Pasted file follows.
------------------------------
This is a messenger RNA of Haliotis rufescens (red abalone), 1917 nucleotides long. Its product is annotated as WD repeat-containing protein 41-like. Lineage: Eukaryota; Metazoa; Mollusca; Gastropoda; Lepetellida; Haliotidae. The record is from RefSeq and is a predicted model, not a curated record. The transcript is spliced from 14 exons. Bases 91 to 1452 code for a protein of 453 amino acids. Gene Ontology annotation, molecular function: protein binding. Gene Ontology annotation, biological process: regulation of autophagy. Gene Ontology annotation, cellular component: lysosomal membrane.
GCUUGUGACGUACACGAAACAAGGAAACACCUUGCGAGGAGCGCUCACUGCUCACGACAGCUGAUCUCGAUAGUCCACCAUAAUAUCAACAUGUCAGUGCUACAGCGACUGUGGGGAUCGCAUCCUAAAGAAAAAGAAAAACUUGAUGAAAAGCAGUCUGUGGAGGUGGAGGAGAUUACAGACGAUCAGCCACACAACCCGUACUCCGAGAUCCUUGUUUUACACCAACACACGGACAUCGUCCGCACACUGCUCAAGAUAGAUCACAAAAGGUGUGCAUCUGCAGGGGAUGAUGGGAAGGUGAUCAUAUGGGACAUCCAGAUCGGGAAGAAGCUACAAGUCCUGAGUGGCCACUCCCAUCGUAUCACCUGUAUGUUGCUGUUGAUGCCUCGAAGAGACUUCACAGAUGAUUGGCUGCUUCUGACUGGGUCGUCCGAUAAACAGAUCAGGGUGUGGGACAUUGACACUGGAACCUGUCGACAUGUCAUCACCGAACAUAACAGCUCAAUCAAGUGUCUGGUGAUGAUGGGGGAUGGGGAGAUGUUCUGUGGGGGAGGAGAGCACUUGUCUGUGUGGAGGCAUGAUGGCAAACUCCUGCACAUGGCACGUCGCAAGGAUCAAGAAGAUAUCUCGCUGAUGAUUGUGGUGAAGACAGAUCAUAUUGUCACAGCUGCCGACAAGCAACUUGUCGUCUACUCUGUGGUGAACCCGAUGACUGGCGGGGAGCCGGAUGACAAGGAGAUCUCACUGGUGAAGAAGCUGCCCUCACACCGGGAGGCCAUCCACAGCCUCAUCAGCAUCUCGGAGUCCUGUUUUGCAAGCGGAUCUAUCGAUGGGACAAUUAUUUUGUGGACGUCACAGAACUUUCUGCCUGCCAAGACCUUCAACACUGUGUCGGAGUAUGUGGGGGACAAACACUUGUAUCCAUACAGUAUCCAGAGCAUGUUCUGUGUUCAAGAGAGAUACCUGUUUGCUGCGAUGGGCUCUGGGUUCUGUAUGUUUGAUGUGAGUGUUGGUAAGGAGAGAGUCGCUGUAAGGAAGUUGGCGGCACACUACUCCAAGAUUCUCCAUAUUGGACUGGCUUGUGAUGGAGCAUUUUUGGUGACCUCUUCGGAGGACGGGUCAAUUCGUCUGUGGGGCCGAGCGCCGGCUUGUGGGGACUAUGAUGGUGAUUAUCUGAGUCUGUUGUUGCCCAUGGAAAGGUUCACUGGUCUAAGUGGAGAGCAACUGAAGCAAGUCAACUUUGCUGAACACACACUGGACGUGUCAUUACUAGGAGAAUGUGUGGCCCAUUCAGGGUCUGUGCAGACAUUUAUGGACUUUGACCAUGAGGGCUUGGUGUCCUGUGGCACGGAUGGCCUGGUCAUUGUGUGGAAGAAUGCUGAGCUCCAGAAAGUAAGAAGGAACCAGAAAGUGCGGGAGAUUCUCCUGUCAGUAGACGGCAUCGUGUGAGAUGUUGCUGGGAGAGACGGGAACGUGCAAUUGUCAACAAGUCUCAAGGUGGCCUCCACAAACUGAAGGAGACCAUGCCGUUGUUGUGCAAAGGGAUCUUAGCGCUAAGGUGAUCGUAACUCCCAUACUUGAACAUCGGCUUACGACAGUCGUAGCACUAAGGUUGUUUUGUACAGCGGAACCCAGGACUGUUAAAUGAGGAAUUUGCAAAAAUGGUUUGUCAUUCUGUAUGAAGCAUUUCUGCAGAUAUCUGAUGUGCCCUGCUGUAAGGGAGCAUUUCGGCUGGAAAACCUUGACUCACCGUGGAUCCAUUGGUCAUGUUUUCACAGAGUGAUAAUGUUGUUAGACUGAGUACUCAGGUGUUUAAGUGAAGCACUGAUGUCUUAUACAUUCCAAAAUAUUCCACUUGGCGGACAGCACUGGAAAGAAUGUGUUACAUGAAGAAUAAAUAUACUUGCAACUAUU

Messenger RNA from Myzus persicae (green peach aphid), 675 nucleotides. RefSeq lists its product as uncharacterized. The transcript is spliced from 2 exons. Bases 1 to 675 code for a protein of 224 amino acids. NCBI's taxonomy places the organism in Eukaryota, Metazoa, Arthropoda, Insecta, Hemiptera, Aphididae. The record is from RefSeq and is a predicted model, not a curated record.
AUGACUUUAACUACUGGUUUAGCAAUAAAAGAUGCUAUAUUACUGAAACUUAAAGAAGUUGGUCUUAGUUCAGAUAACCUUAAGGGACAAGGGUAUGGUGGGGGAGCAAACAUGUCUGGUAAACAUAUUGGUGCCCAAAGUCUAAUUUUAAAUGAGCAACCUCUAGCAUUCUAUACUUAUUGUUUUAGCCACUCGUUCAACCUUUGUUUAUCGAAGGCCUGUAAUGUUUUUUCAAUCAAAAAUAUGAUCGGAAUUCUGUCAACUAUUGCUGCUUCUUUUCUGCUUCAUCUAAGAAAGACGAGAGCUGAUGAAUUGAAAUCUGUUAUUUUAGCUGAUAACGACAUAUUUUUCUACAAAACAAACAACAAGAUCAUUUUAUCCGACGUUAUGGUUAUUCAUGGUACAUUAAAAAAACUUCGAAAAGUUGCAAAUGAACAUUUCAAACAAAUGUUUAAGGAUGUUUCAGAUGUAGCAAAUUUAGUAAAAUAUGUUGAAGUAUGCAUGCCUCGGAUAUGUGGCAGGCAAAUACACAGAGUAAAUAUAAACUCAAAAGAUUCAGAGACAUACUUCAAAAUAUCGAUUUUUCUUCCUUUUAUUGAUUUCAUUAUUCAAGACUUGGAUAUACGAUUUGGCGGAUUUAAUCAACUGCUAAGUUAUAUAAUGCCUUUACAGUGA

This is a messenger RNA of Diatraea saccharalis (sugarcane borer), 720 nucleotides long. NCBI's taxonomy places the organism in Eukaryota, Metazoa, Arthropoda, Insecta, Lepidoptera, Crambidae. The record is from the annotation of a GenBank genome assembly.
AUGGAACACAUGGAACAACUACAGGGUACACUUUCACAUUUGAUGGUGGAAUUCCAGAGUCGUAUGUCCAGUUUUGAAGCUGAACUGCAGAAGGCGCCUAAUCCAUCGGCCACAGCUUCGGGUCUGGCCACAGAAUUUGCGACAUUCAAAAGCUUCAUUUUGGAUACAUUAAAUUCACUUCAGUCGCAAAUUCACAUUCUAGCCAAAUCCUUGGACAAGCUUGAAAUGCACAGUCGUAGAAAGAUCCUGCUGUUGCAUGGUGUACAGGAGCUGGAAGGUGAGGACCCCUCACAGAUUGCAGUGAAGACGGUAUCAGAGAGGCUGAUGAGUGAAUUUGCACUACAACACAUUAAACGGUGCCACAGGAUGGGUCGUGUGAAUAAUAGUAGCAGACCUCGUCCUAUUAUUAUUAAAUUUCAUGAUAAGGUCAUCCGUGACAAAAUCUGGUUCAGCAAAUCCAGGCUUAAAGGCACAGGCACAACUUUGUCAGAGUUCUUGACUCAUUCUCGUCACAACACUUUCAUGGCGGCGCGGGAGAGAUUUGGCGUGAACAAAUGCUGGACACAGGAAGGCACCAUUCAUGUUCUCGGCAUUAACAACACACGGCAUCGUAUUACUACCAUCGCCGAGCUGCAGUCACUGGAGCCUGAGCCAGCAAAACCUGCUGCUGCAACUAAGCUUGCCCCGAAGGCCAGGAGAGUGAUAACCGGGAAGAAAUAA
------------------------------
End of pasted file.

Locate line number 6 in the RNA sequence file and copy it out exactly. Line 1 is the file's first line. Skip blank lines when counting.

AUGGAACACAUGGAACAACUACAGGGUACACUUUCACAUUUGAUGGUGGAAUUCCAGAGUCGUAUGUCCAGUUUUGAAGCUGAACUGCAGAAGGCGCCUAAUCCAUCGGCCACAGCUUCGGGUCUGGCCACAGAAUUUGCGACAUUCAAAAGCUUCAUUUUGGAUACAUUAAAUUCACUUCAGUCGCAAAUUCACAUUCUAGCCAAAUCCUUGGACAAGCUUGAAAUGCACAGUCGUAGAAAGAUCCUGCUGUUGCAUGGUGUACAGGAGCUGGAAGGUGAGGACCCCUCACAGAUUGCAGUGAAGACGGUAUCAGAGAGGCUGAUGAGUGAAUUUGCACUACAACACAUUAAACGGUGCCACAGGAUGGGUCGUGUGAAUAAUAGUAGCAGACCUCGUCCUAUUAUUAUUAAAUUUCAUGAUAAGGUCAUCCGUGACAAAAUCUGGUUCAGCAAAUCCAGGCUUAAAGGCACAGGCACAACUUUGUCAGAGUUCUUGACUCAUUCUCGUCACAACACUUUCAUGGCGGCGCGGGAGAGAUUUGGCGUGAACAAAUGCUGGACACAGGAAGGCACCAUUCAUGUUCUCGGCAUUAACAACACACGGCAUCGUAUUACUACCAUCGCCGAGCUGCAGUCACUGGAGCCUGAGCCAGCAAAACCUGCUGCUGCAACUAAGCUUGCCCCGAAGGCCAGGAGAGUGAUAACCGGGAAGAAAUAA